A growing number of scientific studies (see references below) suggest that eating diet which is low in sodium and rich in potassium can help to lower blood pressure.

    For more information on how to increase the amount of potassium in your diet,visit 

    RefL Q. Yang, T. Liu, E.V. Kuklina, W.D. Flanders, Y. Hong, C. Gillespie, et al."Sodium and Potassium Intake and Mortality Among US Adults: Prospective Data From the Third National Health and Nutrition Examination Survey" Archives of Internal Medicine. 2011. 171 (13), 1183-1191

    :L.D. Silver, T.A. Farley. "Sodium and Potassium Intake: Mortality Effects and Policy Implications". Archives of Internal Medicine. 2011. 171 (13), 1191 - 1192

  • Iodised salt is available in some places, should I take an iodised salt and what is iodine exactly?

    Iodine is an essential trace element and a vital component of thyroid hormones, which affect processes such as heart rate and body temperature, and help convert food into energy to keep the body going. Although iodine is essential in the diet there are other healthier ways, rather than getting it from salt, to ensure that your diet contains enough. The Department of Health says you should be able to get all the iodine you need by eating a varied balanced diet. Good sources of iodine include sea fish and shellfish. Iodine can also be found in plant foods such as vegetables and grains but levels may vary depending on the amount of iodine in the soil in which the plants are grown.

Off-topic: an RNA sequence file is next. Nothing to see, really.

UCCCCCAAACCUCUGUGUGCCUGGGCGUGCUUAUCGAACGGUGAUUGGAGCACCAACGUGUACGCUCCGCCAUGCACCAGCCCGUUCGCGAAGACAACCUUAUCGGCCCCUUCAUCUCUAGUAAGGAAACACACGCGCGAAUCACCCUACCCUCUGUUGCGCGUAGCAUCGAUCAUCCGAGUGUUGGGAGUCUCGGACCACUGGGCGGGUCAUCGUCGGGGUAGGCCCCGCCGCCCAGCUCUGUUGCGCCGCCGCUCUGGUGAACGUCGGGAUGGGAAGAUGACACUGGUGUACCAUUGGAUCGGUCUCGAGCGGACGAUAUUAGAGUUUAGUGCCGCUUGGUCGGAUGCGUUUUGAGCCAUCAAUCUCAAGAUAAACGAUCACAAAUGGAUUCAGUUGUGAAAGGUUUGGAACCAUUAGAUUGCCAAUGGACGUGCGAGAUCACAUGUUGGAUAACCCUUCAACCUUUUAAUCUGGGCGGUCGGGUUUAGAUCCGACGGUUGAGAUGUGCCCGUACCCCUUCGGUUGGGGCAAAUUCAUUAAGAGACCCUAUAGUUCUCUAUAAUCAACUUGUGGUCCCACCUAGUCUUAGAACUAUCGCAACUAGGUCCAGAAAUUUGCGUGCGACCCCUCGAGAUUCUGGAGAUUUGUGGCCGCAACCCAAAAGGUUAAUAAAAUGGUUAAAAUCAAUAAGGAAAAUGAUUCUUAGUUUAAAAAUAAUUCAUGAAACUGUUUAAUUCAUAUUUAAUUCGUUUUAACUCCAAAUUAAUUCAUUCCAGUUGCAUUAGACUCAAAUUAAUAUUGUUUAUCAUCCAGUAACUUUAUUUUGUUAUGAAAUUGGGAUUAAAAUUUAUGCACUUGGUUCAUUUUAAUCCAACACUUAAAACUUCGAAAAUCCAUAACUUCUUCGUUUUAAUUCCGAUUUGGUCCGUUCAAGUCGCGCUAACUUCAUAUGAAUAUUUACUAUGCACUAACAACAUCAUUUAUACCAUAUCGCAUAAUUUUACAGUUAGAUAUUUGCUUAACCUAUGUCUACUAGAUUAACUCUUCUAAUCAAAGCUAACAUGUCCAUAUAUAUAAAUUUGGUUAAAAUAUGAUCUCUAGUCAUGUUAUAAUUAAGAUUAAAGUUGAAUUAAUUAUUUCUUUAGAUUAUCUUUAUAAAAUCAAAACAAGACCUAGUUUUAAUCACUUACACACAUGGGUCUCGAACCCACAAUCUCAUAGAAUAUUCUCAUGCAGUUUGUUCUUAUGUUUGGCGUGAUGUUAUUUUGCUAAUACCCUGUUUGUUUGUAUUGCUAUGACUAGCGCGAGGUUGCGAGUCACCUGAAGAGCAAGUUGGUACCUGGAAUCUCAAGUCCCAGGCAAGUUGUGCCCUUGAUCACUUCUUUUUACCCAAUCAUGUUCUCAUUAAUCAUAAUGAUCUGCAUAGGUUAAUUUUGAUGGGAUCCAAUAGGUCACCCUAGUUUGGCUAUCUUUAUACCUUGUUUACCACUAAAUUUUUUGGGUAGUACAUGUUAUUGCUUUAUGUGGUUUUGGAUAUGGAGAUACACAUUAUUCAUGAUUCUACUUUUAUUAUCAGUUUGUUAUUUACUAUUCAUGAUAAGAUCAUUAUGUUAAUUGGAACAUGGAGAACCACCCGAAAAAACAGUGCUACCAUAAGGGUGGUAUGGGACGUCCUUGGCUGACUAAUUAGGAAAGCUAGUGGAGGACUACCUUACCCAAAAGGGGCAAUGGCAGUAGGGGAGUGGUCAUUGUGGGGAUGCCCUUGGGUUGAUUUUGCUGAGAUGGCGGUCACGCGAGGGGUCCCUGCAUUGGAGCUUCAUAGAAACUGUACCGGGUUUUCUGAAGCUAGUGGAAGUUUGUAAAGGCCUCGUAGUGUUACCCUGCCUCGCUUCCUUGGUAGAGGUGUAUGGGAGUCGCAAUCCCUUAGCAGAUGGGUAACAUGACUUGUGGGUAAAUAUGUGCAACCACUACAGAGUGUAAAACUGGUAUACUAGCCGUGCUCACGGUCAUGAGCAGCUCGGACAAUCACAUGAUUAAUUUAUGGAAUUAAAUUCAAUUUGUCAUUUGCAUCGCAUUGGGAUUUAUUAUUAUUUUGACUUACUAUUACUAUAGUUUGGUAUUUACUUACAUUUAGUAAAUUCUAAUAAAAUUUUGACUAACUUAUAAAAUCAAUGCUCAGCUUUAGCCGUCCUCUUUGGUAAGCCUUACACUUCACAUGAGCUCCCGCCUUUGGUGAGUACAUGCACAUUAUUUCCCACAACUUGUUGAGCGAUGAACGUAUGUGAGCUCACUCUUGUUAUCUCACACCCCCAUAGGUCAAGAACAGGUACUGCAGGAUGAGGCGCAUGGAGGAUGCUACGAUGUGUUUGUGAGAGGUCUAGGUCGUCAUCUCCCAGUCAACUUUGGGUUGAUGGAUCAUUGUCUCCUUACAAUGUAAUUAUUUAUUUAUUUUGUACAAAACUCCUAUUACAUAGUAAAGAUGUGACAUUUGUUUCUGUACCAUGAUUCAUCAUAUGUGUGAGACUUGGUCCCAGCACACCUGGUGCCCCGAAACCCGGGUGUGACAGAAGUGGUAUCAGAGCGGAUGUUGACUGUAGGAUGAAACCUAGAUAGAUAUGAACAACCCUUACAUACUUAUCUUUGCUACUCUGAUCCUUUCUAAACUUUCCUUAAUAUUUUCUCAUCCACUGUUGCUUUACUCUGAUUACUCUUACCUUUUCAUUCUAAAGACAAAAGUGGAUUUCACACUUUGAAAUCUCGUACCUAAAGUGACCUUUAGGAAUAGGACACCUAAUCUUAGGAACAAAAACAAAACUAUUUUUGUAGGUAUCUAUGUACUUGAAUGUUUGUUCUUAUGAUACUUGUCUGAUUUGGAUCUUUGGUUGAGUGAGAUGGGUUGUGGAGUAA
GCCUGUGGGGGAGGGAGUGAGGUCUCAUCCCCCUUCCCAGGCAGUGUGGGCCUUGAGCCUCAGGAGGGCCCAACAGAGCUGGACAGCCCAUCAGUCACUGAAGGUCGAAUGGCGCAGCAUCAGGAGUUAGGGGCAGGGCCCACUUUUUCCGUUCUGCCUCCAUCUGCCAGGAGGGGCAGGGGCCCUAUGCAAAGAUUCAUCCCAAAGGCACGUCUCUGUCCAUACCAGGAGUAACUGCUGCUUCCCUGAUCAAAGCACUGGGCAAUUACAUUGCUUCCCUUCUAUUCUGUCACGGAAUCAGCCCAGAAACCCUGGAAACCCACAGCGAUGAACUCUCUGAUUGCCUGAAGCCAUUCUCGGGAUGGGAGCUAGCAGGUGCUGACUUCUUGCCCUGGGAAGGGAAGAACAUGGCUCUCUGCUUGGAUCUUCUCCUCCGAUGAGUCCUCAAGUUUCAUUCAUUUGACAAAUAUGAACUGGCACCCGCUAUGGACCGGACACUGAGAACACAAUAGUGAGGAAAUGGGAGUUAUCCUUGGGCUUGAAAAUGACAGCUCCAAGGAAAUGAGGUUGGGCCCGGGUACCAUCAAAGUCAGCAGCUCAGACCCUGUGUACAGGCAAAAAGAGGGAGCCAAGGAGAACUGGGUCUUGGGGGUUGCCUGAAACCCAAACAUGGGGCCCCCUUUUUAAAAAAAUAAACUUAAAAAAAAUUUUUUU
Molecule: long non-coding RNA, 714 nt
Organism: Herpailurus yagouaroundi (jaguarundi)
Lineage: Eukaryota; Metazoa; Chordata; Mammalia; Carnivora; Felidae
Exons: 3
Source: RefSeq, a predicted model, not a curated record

• What should I do if I have LOW blood pressure? Does this mean I should eat MORE salt!?

    Not at all. Usually there is no need to treat low blood pressure and the good news is that people with low blood pressure tend to live longer than people with high or even normal blood pressure. Like high blood pressure, low blood pressure tends not to have any symptoms. However for some people, especially older people, it can cause dizziness or even fainting after getting up quickly from sitting or lying down.

  • Where can I get more information?

    American Heart Association

    World Action on Salt and Health